What Criteria Do You Need to Meet to Get a Mortgage After a DRO?

Each application will be considered on its own merits, taking into account several considerations. We break this down below.

How Long It Has Been Since the Debt Relief Order Was Made

Most high street lenders will want to see at least 3 - 6 years' worth of good financial management since the DRO was satisfied before they'll consider you for a mortgage. However, other lenders – including some high street, building societies and adverse credit lenders -  may be willing to consider your application 1 – 3 years since the DRO was satisfied. Finally, there is one lender that will consider an applicant who has had a DRO satisfied within the last year.

Essentially, the longer it has been since your debt relief order, the easier it will be to get a good deal on your mortgage. This is because it will show lenders that you have managed your finances well during this time and are now in a better position to afford a mortgage. When you reach 6 years, you’ll usually have much more choice when it comes to lenders, as your DRO will have been removed from your credit file. This means it shouldn’t affect your mortgage application at all.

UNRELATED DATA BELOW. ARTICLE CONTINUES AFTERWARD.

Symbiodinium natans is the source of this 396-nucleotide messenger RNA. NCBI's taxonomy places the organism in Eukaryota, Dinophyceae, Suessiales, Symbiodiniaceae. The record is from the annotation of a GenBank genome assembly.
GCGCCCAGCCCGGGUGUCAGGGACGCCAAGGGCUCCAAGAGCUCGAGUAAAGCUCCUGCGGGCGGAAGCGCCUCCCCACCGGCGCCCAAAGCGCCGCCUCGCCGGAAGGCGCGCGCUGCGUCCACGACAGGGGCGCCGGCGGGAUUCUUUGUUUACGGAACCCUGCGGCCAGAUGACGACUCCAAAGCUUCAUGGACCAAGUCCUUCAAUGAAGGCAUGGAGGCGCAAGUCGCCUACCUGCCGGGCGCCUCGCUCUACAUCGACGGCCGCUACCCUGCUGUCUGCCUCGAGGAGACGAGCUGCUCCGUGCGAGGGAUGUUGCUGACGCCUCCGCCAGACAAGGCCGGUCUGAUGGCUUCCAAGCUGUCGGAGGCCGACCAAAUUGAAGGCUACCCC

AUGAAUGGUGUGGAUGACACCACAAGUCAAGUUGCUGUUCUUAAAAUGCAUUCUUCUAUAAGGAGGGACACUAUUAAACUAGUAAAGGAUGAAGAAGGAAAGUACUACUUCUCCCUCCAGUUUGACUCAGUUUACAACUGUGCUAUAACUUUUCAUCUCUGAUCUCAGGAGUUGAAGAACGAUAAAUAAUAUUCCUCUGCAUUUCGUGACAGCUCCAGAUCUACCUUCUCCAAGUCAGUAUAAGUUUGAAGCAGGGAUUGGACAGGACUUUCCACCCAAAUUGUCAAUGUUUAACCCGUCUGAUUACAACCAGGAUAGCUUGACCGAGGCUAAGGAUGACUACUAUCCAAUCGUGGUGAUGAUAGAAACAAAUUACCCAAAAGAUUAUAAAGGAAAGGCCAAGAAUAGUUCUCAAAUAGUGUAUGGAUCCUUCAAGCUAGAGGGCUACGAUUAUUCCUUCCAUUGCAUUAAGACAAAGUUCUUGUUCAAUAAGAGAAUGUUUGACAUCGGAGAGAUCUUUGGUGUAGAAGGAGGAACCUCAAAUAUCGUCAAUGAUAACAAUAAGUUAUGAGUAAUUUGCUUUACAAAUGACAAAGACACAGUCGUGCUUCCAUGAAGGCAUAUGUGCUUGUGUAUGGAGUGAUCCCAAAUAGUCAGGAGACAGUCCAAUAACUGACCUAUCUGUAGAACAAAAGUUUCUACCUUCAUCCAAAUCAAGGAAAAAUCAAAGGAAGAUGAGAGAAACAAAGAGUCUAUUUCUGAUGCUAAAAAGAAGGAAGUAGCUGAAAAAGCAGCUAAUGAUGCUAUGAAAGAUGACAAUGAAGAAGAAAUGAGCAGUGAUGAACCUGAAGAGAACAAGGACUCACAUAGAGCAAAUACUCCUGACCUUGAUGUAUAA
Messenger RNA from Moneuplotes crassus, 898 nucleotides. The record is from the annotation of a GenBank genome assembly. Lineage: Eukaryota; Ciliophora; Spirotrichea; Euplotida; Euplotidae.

The Reasons for the DRO

The lender will also want to know the circumstances that led to you getting a debt relief order. For example, if you lost your job and couldn't keep up with your repayments, they may be more sympathetic than if you ran up a lot of debt through impulse buying. They'll want to see that it was a one-off event and that you're now in a better position to manage your finances. If you can demonstrate this, you'll be much more likely to secure a mortgage.

Your Deposit

Having a larger deposit will make it easier to get a mortgage after a DRO. This is because it a larger deposit lowers the LTV (loan-to-value) and reduces the risk taken on by the lender. The longer it's been since you've been discharged from your DRO, the lower deposit you’ll likely need. For example, if it's only been 3 years since your discharge date, the lender may require a 20% - 25% deposit. Whereas if it's been 6 years, you may be able to get a more competitive deal at 90 - 95% LTV. So, it's important to start saving up as soon as possible if you're hoping to get a mortgage after your DRO.